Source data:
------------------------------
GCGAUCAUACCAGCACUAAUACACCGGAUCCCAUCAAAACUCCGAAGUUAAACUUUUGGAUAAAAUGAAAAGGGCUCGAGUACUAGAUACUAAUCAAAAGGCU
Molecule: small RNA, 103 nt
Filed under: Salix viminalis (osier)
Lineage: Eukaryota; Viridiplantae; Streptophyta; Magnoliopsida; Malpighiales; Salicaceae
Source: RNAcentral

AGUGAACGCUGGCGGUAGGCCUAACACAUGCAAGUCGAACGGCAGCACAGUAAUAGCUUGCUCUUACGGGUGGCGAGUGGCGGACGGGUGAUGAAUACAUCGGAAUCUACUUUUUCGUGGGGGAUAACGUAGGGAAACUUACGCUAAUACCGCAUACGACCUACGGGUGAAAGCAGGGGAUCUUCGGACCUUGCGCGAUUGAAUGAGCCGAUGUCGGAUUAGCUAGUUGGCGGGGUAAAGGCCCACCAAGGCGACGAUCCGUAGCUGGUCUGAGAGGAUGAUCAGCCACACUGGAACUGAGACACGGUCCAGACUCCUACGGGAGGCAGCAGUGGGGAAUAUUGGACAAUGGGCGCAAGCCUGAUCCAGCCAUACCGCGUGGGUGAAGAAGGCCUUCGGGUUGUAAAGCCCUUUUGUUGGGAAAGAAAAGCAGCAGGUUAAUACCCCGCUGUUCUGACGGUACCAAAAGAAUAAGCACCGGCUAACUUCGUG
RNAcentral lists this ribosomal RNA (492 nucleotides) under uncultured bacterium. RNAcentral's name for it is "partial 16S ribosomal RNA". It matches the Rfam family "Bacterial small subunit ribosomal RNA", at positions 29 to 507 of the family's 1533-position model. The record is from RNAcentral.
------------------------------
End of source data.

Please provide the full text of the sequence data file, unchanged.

GCGAUCAUACCAGCACUAAUACACCGGAUCCCAUCAAAACUCCGAAGUUAAACUUUUGGAUAAAAUGAAAAGGGCUCGAGUACUAGAUACUAAUCAAAAGGCU
Molecule: small RNA, 103 nt
Filed under: Salix viminalis (osier)
Lineage: Eukaryota; Viridiplantae; Streptophyta; Magnoliopsida; Malpighiales; Salicaceae
Source: RNAcentral

AGUGAACGCUGGCGGUAGGCCUAACACAUGCAAGUCGAACGGCAGCACAGUAAUAGCUUGCUCUUACGGGUGGCGAGUGGCGGACGGGUGAUGAAUACAUCGGAAUCUACUUUUUCGUGGGGGAUAACGUAGGGAAACUUACGCUAAUACCGCAUACGACCUACGGGUGAAAGCAGGGGAUCUUCGGACCUUGCGCGAUUGAAUGAGCCGAUGUCGGAUUAGCUAGUUGGCGGGGUAAAGGCCCACCAAGGCGACGAUCCGUAGCUGGUCUGAGAGGAUGAUCAGCCACACUGGAACUGAGACACGGUCCAGACUCCUACGGGAGGCAGCAGUGGGGAAUAUUGGACAAUGGGCGCAAGCCUGAUCCAGCCAUACCGCGUGGGUGAAGAAGGCCUUCGGGUUGUAAAGCCCUUUUGUUGGGAAAGAAAAGCAGCAGGUUAAUACCCCGCUGUUCUGACGGUACCAAAAGAAUAAGCACCGGCUAACUUCGUG
RNAcentral lists this ribosomal RNA (492 nucleotides) under uncultured bacterium. RNAcentral's name for it is "partial 16S ribosomal RNA". It matches the Rfam family "Bacterial small subunit ribosomal RNA", at positions 29 to 507 of the family's 1533-position model. The record is from RNAcentral.